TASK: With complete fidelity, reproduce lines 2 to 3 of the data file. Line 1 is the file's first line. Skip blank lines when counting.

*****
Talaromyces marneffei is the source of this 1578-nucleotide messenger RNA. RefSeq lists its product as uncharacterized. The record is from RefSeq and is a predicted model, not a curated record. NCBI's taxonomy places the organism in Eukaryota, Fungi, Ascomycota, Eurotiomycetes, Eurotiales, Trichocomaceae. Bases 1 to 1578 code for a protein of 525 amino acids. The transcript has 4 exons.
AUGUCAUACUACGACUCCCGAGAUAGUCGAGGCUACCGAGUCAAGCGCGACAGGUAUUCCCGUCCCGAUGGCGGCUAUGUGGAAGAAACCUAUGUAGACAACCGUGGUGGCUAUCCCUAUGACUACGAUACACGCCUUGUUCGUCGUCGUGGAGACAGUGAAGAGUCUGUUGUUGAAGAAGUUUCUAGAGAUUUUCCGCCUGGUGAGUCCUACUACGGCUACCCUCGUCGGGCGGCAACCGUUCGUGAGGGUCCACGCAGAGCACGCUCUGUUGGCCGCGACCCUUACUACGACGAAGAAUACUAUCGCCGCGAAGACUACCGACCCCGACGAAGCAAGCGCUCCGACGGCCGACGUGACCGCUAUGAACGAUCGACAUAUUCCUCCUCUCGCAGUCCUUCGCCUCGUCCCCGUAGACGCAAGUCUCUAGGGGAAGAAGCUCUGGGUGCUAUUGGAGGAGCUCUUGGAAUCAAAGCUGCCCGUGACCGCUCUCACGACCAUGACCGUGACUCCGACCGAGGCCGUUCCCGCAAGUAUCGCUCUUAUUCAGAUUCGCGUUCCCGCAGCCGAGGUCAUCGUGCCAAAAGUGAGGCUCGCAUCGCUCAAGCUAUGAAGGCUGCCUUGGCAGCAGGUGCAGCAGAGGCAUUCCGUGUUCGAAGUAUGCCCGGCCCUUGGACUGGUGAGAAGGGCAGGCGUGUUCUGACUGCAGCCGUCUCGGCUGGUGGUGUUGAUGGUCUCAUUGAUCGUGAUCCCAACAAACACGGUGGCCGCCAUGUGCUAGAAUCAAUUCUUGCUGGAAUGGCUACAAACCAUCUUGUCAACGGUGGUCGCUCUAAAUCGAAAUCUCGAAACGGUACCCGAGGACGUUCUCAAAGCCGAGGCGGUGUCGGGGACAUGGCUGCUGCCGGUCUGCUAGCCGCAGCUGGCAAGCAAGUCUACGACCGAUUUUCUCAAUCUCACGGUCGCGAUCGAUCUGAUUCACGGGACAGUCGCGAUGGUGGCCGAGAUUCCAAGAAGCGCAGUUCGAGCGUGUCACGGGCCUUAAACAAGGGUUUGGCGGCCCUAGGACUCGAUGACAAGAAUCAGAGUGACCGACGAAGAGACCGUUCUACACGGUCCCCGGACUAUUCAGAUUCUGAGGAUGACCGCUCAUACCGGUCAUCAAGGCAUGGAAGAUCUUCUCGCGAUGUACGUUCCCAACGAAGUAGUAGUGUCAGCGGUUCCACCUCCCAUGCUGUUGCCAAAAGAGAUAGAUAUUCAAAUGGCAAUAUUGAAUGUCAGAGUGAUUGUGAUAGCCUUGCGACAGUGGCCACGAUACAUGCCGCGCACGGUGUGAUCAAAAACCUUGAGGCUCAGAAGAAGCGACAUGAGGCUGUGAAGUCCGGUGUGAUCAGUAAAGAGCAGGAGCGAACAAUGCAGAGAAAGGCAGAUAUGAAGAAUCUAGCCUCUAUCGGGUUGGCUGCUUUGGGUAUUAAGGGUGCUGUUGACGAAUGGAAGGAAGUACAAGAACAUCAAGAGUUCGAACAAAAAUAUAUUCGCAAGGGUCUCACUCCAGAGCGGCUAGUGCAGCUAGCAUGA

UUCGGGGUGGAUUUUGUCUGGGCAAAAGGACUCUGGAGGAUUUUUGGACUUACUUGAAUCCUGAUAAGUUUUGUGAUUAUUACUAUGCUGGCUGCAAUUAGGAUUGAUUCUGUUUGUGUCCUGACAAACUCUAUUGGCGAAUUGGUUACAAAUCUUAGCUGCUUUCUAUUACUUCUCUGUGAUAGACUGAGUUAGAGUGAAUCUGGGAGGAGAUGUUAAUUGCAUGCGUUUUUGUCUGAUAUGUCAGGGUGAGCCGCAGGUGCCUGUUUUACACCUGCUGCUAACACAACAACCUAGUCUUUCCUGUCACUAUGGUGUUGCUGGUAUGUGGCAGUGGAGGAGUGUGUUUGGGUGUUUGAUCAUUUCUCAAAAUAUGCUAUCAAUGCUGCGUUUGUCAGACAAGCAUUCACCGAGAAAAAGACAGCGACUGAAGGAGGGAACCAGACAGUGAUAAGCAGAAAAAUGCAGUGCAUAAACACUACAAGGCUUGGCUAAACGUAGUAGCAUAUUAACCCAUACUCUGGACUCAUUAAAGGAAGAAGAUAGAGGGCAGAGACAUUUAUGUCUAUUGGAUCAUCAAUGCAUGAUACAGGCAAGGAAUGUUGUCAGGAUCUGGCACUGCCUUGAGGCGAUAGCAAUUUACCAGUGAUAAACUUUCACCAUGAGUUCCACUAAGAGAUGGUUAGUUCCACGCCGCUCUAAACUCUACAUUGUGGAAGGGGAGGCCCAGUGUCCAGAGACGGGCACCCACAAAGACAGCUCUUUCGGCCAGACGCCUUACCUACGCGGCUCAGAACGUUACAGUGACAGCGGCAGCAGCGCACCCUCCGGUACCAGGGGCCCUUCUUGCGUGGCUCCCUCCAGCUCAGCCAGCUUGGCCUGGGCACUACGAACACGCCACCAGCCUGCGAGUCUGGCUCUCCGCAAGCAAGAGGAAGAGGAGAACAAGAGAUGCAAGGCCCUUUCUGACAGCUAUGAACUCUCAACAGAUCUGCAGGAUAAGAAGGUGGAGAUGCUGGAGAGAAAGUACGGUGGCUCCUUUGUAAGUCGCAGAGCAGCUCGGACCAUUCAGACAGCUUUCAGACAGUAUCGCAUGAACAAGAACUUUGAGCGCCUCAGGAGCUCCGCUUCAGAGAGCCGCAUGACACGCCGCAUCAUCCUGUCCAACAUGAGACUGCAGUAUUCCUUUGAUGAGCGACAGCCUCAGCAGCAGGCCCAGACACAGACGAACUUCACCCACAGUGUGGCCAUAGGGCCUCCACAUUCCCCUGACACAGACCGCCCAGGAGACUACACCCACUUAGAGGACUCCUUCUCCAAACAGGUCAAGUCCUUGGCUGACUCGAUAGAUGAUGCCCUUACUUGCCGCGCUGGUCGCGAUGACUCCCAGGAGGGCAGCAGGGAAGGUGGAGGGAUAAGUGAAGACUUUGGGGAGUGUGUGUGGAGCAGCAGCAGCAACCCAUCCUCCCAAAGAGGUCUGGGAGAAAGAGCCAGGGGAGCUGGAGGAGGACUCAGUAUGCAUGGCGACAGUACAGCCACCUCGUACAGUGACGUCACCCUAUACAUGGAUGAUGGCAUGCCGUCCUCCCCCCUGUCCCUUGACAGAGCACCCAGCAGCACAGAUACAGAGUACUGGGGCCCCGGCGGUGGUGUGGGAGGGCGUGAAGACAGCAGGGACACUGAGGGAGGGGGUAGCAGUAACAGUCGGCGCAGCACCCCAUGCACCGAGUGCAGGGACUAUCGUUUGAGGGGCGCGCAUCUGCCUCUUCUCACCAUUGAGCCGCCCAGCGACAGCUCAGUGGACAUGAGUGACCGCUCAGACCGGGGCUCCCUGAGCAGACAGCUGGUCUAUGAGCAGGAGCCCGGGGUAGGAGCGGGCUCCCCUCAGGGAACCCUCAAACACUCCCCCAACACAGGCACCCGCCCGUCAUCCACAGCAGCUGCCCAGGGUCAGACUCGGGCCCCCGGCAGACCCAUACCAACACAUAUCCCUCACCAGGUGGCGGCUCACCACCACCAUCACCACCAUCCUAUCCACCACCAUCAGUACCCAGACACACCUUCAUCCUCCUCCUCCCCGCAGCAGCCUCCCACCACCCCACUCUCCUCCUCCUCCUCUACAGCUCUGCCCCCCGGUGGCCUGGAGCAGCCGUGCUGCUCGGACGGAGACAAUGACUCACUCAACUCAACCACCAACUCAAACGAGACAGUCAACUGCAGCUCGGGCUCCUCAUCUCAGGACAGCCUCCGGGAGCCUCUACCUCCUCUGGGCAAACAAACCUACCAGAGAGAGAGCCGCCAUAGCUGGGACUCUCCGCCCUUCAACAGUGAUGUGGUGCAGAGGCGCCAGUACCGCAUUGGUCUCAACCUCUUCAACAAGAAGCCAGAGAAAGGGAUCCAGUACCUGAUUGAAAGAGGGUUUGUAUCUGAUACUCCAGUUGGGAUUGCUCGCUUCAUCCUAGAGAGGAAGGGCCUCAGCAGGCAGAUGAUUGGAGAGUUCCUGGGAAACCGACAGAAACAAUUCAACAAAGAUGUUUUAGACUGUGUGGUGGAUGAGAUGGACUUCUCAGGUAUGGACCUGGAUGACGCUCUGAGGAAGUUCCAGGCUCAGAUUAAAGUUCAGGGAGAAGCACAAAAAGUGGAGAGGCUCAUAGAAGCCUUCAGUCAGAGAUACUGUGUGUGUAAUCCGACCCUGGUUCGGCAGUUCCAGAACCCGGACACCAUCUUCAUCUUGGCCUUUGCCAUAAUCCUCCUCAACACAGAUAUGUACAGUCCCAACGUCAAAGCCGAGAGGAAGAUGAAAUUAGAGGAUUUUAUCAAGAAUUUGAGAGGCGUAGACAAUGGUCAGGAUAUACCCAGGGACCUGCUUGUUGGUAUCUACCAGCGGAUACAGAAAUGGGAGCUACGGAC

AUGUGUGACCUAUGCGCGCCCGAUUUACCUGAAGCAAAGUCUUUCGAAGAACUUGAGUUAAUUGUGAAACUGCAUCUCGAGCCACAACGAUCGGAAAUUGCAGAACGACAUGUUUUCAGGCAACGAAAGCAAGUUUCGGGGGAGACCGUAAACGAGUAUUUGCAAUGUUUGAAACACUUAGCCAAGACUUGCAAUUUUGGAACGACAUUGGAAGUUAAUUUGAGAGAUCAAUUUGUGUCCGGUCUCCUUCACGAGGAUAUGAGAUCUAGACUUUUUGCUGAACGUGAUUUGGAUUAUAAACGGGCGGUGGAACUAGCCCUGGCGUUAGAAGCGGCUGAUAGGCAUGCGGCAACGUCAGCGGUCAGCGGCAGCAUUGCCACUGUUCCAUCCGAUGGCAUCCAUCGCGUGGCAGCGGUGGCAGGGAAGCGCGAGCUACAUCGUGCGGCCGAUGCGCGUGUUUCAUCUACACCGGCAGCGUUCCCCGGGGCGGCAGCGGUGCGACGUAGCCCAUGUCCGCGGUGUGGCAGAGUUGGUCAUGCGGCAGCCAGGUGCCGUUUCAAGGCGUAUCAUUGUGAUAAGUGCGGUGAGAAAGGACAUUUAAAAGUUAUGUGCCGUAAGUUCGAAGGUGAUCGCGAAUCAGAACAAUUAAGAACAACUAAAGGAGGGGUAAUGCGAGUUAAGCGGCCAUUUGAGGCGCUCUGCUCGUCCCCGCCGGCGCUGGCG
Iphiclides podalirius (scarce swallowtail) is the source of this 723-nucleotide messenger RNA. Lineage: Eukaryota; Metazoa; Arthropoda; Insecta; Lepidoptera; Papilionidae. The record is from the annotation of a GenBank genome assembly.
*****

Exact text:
AUGUCAUACUACGACUCCCGAGAUAGUCGAGGCUACCGAGUCAAGCGCGACAGGUAUUCCCGUCCCGAUGGCGGCUAUGUGGAAGAAACCUAUGUAGACAACCGUGGUGGCUAUCCCUAUGACUACGAUACACGCCUUGUUCGUCGUCGUGGAGACAGUGAAGAGUCUGUUGUUGAAGAAGUUUCUAGAGAUUUUCCGCCUGGUGAGUCCUACUACGGCUACCCUCGUCGGGCGGCAACCGUUCGUGAGGGUCCACGCAGAGCACGCUCUGUUGGCCGCGACCCUUACUACGACGAAGAAUACUAUCGCCGCGAAGACUACCGACCCCGACGAAGCAAGCGCUCCGACGGCCGACGUGACCGCUAUGAACGAUCGACAUAUUCCUCCUCUCGCAGUCCUUCGCCUCGUCCCCGUAGACGCAAGUCUCUAGGGGAAGAAGCUCUGGGUGCUAUUGGAGGAGCUCUUGGAAUCAAAGCUGCCCGUGACCGCUCUCACGACCAUGACCGUGACUCCGACCGAGGCCGUUCCCGCAAGUAUCGCUCUUAUUCAGAUUCGCGUUCCCGCAGCCGAGGUCAUCGUGCCAAAAGUGAGGCUCGCAUCGCUCAAGCUAUGAAGGCUGCCUUGGCAGCAGGUGCAGCAGAGGCAUUCCGUGUUCGAAGUAUGCCCGGCCCUUGGACUGGUGAGAAGGGCAGGCGUGUUCUGACUGCAGCCGUCUCGGCUGGUGGUGUUGAUGGUCUCAUUGAUCGUGAUCCCAACAAACACGGUGGCCGCCAUGUGCUAGAAUCAAUUCUUGCUGGAAUGGCUACAAACCAUCUUGUCAACGGUGGUCGCUCUAAAUCGAAAUCUCGAAACGGUACCCGAGGACGUUCUCAAAGCCGAGGCGGUGUCGGGGACAUGGCUGCUGCCGGUCUGCUAGCCGCAGCUGGCAAGCAAGUCUACGACCGAUUUUCUCAAUCUCACGGUCGCGAUCGAUCUGAUUCACGGGACAGUCGCGAUGGUGGCCGAGAUUCCAAGAAGCGCAGUUCGAGCGUGUCACGGGCCUUAAACAAGGGUUUGGCGGCCCUAGGACUCGAUGACAAGAAUCAGAGUGACCGACGAAGAGACCGUUCUACACGGUCCCCGGACUAUUCAGAUUCUGAGGAUGACCGCUCAUACCGGUCAUCAAGGCAUGGAAGAUCUUCUCGCGAUGUACGUUCCCAACGAAGUAGUAGUGUCAGCGGUUCCACCUCCCAUGCUGUUGCCAAAAGAGAUAGAUAUUCAAAUGGCAAUAUUGAAUGUCAGAGUGAUUGUGAUAGCCUUGCGACAGUGGCCACGAUACAUGCCGCGCACGGUGUGAUCAAAAACCUUGAGGCUCAGAAGAAGCGACAUGAGGCUGUGAAGUCCGGUGUGAUCAGUAAAGAGCAGGAGCGAACAAUGCAGAGAAAGGCAGAUAUGAAGAAUCUAGCCUCUAUCGGGUUGGCUGCUUUGGGUAUUAAGGGUGCUGUUGACGAAUGGAAGGAAGUACAAGAACAUCAAGAGUUCGAACAAAAAUAUAUUCGCAAGGGUCUCACUCCAGAGCGGCUAGUGCAGCUAGCAUGA

UUCGGGGUGGAUUUUGUCUGGGCAAAAGGACUCUGGAGGAUUUUUGGACUUACUUGAAUCCUGAUAAGUUUUGUGAUUAUUACUAUGCUGGCUGCAAUUAGGAUUGAUUCUGUUUGUGUCCUGACAAACUCUAUUGGCGAAUUGGUUACAAAUCUUAGCUGCUUUCUAUUACUUCUCUGUGAUAGACUGAGUUAGAGUGAAUCUGGGAGGAGAUGUUAAUUGCAUGCGUUUUUGUCUGAUAUGUCAGGGUGAGCCGCAGGUGCCUGUUUUACACCUGCUGCUAACACAACAACCUAGUCUUUCCUGUCACUAUGGUGUUGCUGGUAUGUGGCAGUGGAGGAGUGUGUUUGGGUGUUUGAUCAUUUCUCAAAAUAUGCUAUCAAUGCUGCGUUUGUCAGACAAGCAUUCACCGAGAAAAAGACAGCGACUGAAGGAGGGAACCAGACAGUGAUAAGCAGAAAAAUGCAGUGCAUAAACACUACAAGGCUUGGCUAAACGUAGUAGCAUAUUAACCCAUACUCUGGACUCAUUAAAGGAAGAAGAUAGAGGGCAGAGACAUUUAUGUCUAUUGGAUCAUCAAUGCAUGAUACAGGCAAGGAAUGUUGUCAGGAUCUGGCACUGCCUUGAGGCGAUAGCAAUUUACCAGUGAUAAACUUUCACCAUGAGUUCCACUAAGAGAUGGUUAGUUCCACGCCGCUCUAAACUCUACAUUGUGGAAGGGGAGGCCCAGUGUCCAGAGACGGGCACCCACAAAGACAGCUCUUUCGGCCAGACGCCUUACCUACGCGGCUCAGAACGUUACAGUGACAGCGGCAGCAGCGCACCCUCCGGUACCAGGGGCCCUUCUUGCGUGGCUCCCUCCAGCUCAGCCAGCUUGGCCUGGGCACUACGAACACGCCACCAGCCUGCGAGUCUGGCUCUCCGCAAGCAAGAGGAAGAGGAGAACAAGAGAUGCAAGGCCCUUUCUGACAGCUAUGAACUCUCAACAGAUCUGCAGGAUAAGAAGGUGGAGAUGCUGGAGAGAAAGUACGGUGGCUCCUUUGUAAGUCGCAGAGCAGCUCGGACCAUUCAGACAGCUUUCAGACAGUAUCGCAUGAACAAGAACUUUGAGCGCCUCAGGAGCUCCGCUUCAGAGAGCCGCAUGACACGCCGCAUCAUCCUGUCCAACAUGAGACUGCAGUAUUCCUUUGAUGAGCGACAGCCUCAGCAGCAGGCCCAGACACAGACGAACUUCACCCACAGUGUGGCCAUAGGGCCUCCACAUUCCCCUGACACAGACCGCCCAGGAGACUACACCCACUUAGAGGACUCCUUCUCCAAACAGGUCAAGUCCUUGGCUGACUCGAUAGAUGAUGCCCUUACUUGCCGCGCUGGUCGCGAUGACUCCCAGGAGGGCAGCAGGGAAGGUGGAGGGAUAAGUGAAGACUUUGGGGAGUGUGUGUGGAGCAGCAGCAGCAACCCAUCCUCCCAAAGAGGUCUGGGAGAAAGAGCCAGGGGAGCUGGAGGAGGACUCAGUAUGCAUGGCGACAGUACAGCCACCUCGUACAGUGACGUCACCCUAUACAUGGAUGAUGGCAUGCCGUCCUCCCCCCUGUCCCUUGACAGAGCACCCAGCAGCACAGAUACAGAGUACUGGGGCCCCGGCGGUGGUGUGGGAGGGCGUGAAGACAGCAGGGACACUGAGGGAGGGGGUAGCAGUAACAGUCGGCGCAGCACCCCAUGCACCGAGUGCAGGGACUAUCGUUUGAGGGGCGCGCAUCUGCCUCUUCUCACCAUUGAGCCGCCCAGCGACAGCUCAGUGGACAUGAGUGACCGCUCAGACCGGGGCUCCCUGAGCAGACAGCUGGUCUAUGAGCAGGAGCCCGGGGUAGGAGCGGGCUCCCCUCAGGGAACCCUCAAACACUCCCCCAACACAGGCACCCGCCCGUCAUCCACAGCAGCUGCCCAGGGUCAGACUCGGGCCCCCGGCAGACCCAUACCAACACAUAUCCCUCACCAGGUGGCGGCUCACCACCACCAUCACCACCAUCCUAUCCACCACCAUCAGUACCCAGACACACCUUCAUCCUCCUCCUCCCCGCAGCAGCCUCCCACCACCCCACUCUCCUCCUCCUCCUCUACAGCUCUGCCCCCCGGUGGCCUGGAGCAGCCGUGCUGCUCGGACGGAGACAAUGACUCACUCAACUCAACCACCAACUCAAACGAGACAGUCAACUGCAGCUCGGGCUCCUCAUCUCAGGACAGCCUCCGGGAGCCUCUACCUCCUCUGGGCAAACAAACCUACCAGAGAGAGAGCCGCCAUAGCUGGGACUCUCCGCCCUUCAACAGUGAUGUGGUGCAGAGGCGCCAGUACCGCAUUGGUCUCAACCUCUUCAACAAGAAGCCAGAGAAAGGGAUCCAGUACCUGAUUGAAAGAGGGUUUGUAUCUGAUACUCCAGUUGGGAUUGCUCGCUUCAUCCUAGAGAGGAAGGGCCUCAGCAGGCAGAUGAUUGGAGAGUUCCUGGGAAACCGACAGAAACAAUUCAACAAAGAUGUUUUAGACUGUGUGGUGGAUGAGAUGGACUUCUCAGGUAUGGACCUGGAUGACGCUCUGAGGAAGUUCCAGGCUCAGAUUAAAGUUCAGGGAGAAGCACAAAAAGUGGAGAGGCUCAUAGAAGCCUUCAGUCAGAGAUACUGUGUGUGUAAUCCGACCCUGGUUCGGCAGUUCCAGAACCCGGACACCAUCUUCAUCUUGGCCUUUGCCAUAAUCCUCCUCAACACAGAUAUGUACAGUCCCAACGUCAAAGCCGAGAGGAAGAUGAAAUUAGAGGAUUUUAUCAAGAAUUUGAGAGGCGUAGACAAUGGUCAGGAUAUACCCAGGGACCUGCUUGUUGGUAUCUACCAGCGGAUACAGAAAUGGGAGCUACGGAC